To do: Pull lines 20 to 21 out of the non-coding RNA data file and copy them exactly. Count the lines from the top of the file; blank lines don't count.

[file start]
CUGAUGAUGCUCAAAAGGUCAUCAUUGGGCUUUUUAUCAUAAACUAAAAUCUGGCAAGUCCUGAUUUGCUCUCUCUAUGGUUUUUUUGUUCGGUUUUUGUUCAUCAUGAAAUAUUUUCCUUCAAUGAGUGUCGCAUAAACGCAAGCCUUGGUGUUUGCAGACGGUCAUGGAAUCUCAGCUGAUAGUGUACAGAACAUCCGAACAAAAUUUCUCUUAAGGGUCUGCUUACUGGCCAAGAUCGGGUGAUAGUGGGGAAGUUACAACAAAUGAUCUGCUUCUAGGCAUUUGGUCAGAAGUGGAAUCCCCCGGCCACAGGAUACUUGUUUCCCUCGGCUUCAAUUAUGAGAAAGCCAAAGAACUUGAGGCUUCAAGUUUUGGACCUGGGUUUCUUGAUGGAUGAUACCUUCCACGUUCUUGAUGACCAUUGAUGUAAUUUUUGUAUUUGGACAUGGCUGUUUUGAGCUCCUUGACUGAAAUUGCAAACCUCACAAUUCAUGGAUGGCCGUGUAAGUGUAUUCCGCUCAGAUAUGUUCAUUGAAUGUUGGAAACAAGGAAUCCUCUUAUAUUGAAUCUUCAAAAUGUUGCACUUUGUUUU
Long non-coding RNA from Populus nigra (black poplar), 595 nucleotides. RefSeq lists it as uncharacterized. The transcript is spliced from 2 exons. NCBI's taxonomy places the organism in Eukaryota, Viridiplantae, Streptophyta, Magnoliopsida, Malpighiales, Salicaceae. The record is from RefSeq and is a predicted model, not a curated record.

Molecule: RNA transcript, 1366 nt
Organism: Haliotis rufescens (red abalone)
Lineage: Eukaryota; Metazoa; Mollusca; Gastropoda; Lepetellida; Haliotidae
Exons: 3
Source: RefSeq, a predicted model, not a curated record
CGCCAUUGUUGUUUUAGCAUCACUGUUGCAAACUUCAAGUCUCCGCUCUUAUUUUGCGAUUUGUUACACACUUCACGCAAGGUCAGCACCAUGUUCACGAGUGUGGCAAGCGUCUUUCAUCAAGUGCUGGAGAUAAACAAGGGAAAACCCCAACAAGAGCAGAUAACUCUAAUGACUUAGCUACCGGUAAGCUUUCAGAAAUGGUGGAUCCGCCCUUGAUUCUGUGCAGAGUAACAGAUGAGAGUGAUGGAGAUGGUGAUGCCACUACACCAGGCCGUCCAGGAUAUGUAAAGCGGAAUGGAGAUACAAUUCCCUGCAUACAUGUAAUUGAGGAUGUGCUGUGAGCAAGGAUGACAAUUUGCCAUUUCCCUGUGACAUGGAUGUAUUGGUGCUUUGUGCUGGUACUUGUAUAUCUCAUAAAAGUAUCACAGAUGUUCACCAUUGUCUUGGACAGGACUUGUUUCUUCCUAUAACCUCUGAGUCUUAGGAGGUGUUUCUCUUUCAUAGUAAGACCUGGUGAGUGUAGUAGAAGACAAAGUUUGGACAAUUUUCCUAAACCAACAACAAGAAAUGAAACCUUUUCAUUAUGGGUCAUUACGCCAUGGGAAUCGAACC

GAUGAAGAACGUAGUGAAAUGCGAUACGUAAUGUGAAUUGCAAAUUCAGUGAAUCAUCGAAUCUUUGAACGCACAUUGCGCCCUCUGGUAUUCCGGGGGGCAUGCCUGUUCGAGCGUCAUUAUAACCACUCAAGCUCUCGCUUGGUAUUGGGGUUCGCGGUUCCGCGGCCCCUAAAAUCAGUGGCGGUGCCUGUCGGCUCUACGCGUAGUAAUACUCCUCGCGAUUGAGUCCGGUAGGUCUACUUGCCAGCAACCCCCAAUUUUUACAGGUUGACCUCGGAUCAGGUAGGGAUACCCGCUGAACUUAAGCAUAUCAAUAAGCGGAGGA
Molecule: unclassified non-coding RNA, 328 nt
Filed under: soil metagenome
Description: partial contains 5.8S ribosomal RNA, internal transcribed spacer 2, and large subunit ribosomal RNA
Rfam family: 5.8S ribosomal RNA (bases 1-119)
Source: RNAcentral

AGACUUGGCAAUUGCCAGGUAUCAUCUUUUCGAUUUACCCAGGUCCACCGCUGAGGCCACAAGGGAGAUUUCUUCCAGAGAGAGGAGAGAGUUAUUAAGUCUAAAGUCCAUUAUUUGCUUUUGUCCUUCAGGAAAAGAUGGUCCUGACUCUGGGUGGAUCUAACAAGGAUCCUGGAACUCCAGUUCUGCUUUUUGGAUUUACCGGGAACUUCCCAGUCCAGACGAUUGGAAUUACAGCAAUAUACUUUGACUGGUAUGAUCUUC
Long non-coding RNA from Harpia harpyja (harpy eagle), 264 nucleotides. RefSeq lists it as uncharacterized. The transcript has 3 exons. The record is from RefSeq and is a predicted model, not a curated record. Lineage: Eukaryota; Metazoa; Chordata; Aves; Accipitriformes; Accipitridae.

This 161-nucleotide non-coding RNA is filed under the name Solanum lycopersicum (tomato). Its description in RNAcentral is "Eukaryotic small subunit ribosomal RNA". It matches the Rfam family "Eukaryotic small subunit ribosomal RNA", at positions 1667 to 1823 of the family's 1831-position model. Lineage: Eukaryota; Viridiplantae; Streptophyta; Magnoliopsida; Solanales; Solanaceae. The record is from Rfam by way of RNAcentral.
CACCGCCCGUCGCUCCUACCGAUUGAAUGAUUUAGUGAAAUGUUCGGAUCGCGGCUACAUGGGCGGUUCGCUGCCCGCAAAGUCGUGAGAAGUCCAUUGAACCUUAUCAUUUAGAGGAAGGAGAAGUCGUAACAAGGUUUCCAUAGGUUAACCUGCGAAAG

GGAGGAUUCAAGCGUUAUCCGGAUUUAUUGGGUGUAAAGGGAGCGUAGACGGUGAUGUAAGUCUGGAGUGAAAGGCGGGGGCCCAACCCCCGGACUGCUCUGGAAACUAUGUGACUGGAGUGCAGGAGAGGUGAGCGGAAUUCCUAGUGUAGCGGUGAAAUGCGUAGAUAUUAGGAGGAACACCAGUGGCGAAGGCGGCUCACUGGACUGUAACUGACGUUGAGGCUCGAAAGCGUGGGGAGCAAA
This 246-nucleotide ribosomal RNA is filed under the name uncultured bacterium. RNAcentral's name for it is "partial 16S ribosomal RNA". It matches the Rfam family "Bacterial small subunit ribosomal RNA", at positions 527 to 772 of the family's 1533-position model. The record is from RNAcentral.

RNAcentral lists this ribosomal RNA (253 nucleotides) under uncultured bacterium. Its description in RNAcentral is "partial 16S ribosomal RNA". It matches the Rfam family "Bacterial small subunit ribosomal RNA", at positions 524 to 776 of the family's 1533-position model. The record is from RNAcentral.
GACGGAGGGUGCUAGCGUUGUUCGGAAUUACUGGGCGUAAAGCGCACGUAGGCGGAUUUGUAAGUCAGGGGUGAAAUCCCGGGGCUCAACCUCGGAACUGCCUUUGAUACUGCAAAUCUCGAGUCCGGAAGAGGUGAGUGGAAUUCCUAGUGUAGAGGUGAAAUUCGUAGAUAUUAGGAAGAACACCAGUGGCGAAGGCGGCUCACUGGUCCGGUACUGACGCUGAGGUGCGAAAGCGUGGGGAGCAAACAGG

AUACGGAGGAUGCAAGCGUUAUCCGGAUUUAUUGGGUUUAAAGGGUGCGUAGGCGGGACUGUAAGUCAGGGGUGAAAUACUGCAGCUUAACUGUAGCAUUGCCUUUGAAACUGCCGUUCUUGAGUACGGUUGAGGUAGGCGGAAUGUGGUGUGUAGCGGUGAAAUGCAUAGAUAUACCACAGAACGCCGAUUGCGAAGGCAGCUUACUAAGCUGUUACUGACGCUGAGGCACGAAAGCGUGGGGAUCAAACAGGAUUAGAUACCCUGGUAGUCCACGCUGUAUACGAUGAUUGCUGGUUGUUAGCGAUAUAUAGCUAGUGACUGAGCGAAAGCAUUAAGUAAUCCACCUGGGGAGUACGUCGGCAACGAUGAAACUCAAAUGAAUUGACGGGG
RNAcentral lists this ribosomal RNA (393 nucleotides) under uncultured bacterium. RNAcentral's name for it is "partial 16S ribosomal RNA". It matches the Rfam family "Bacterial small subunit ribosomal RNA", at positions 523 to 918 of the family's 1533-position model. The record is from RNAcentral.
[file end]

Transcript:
This 246-nucleotide ribosomal RNA is filed under the name uncultured bacterium. RNAcentral's name for it is "partial 16S ribosomal RNA". It matches the Rfam family "Bacterial small subunit ribosomal RNA", at positions 527 to 772 of the family's 1533-position model. The record is from RNAcentral.

RNAcentral lists this ribosomal RNA (253 nucleotides) under uncultured bacterium. Its description in RNAcentral is "partial 16S ribosomal RNA". It matches the Rfam family "Bacterial small subunit ribosomal RNA", at positions 524 to 776 of the family's 1533-position model. The record is from RNAcentral.